We paused at the entrance to take in the curve of pre-cast concrete that sits over the porch; looked up at the rectangular tower of glass that houses the stairwell - a trademark of Connell and his partners, Basil Ward and Colin Lucas. The house, explained our guide, was a fine example of the International Style, brought from Europe by a trickle of emigre architects who inspired experiments with new materials and radical Bauhaus ideas. Some of the group's eyes glazed over as he made his fourth reference to "sculptural forms". Never mind that, let's get inside for a nose round Mrs Stevenson's home furnishings.
It was Doors Open Day in Bristol. The Concrete House - a Grade II* listed building designed by Connell, Ward and Lucas in 1934 for the tobacco industry executive Ronald Gunn - was the only private house offered among a range of properties unlocked for a one-day tour of inspection under the scheme organised by the Civic Trust and National Heritage. The present owners, Alan and Vanessa Stevenson, had gamely agreed to open the ground floor of their suburban house because they "wanted to encourage a wider appreciation of this style of architecture".
They accept that a stark concrete cube is not everyone's ideal home, but these houses were designed to be enjoyed from the inside looking out. Modernism was all about pristine surfaces and clean, uncluttered space - functional, flexible and flooded with natural light. The Concrete House is a family home, not a shrine, but the Stevensons have carefully preserved a sense of the period.
In response to their open-house invitation, they reckoned on 100 visitors. On the day, however, more than 1,000 people trooped through their open- plan lounge-diner, admiring original chromed door handles, Connell-designed built-in furniture and an early example of an integrated sound system, which still works. The Stevensons were overwhelmed, not so much by the volume of traffic but by the warm, enthusiastic response of the majority. "Oh, I could definitely live here," said one enthralled visitor as the sun shone dutifully through a wall of picture windows. Even some of the sceptics emerged as converts.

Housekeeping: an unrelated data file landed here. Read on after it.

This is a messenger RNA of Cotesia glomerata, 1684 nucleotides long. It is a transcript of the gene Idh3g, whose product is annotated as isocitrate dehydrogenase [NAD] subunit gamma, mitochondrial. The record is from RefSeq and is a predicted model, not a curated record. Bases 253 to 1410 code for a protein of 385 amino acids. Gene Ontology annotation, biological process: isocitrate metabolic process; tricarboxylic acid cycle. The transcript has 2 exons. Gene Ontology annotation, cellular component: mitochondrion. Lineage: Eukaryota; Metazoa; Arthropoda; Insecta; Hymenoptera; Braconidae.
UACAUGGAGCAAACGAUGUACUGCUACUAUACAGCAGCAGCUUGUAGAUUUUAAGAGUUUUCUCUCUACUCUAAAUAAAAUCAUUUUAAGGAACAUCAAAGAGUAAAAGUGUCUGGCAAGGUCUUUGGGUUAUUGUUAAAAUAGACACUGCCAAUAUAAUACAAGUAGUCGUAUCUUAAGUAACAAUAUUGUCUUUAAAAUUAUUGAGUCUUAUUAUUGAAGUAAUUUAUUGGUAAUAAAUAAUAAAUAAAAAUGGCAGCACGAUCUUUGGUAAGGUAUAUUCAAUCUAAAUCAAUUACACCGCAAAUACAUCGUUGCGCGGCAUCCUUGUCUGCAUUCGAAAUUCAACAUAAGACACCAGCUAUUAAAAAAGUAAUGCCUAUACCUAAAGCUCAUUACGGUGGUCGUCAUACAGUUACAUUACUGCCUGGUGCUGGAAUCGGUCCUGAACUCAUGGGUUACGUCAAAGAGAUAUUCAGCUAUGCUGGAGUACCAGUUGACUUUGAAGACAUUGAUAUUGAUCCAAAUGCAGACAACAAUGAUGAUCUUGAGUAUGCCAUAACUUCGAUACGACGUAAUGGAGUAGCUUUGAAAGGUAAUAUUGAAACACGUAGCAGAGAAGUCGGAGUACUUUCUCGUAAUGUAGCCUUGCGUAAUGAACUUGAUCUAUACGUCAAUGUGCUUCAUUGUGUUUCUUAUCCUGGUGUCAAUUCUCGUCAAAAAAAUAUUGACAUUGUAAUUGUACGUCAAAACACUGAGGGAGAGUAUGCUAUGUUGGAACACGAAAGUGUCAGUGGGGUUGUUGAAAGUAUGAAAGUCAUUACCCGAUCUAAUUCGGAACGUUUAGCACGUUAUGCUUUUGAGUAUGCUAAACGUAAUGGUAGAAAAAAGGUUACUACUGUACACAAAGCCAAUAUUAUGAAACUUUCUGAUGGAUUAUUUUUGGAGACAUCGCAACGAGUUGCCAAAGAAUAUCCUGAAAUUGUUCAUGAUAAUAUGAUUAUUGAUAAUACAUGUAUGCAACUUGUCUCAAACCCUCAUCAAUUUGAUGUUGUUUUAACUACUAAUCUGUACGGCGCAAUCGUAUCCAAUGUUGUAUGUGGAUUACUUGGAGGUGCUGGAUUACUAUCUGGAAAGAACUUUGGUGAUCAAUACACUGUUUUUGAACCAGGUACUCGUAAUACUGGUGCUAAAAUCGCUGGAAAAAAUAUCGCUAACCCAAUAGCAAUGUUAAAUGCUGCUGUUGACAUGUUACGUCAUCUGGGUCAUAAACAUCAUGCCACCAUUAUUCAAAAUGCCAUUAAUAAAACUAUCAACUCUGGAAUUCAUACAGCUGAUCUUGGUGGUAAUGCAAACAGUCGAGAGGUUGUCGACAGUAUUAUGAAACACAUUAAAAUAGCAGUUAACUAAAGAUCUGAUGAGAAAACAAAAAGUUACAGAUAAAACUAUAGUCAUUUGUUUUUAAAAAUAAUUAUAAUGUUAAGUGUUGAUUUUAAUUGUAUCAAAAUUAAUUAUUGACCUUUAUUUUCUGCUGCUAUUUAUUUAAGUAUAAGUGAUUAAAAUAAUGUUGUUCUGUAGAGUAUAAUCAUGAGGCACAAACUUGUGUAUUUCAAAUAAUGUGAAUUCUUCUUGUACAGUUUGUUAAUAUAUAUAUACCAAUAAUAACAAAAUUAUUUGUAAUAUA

"The younger generation seemed particularly enamoured with the house," says Alan. "We had groups of students eulogising over the Modern Movement all afternoon. One young man told us he was completely knocked out by the interior." For the Stevensons this represents a welcome change in attitude, a sign perhaps that the much-maligned Inter-national Style is at last beginning to establish a popular following here. "Ever since we moved in, people have been endlessly critical about the house," says Vanessa. "Sometimes we find it very hurtful because they are implying we have bad taste."
Even a building society poured scorn on the Concrete House when the couple applied to mortgage the property in the early 1970s. "They said the style of architecture was more suited to an airport building than a residence," says Alan. "They also compared it to a public swimming pool. It was obvious that we were refused a loan just because the lender didn't like the look of the house."
They got their mortgage in the end, but a Nineties' borrower seeking a loan to buy the Concrete House, or one of its lookalike contemporaries, might meet the same level of resistance - though for different reasons. For one, the prevalent use of concrete and steel contributes to high maintenance costs. For another, a flat-roofed house is not ideally suited to the British climate (the Stevensons' damp patches are proof of that).
Alan Powers of the conservation group Twentieth Century Society mounts an intellectual defence. "The flat roof was so obviously impractical that it must have been symbolic," he says. "In part, the architects wanted to produce a cubic outline, but they were also attempting to convey a sense of leaving the earth and going up into the sky." Okay, great, but these houses leak; they are prone to condensation; the metal-framed windows rust; the asphalt roof lining warps and blisters; the render cracks and falls away. There is rarely a less inviting house than a stained and neglected Modernist box set against a grey winter sky.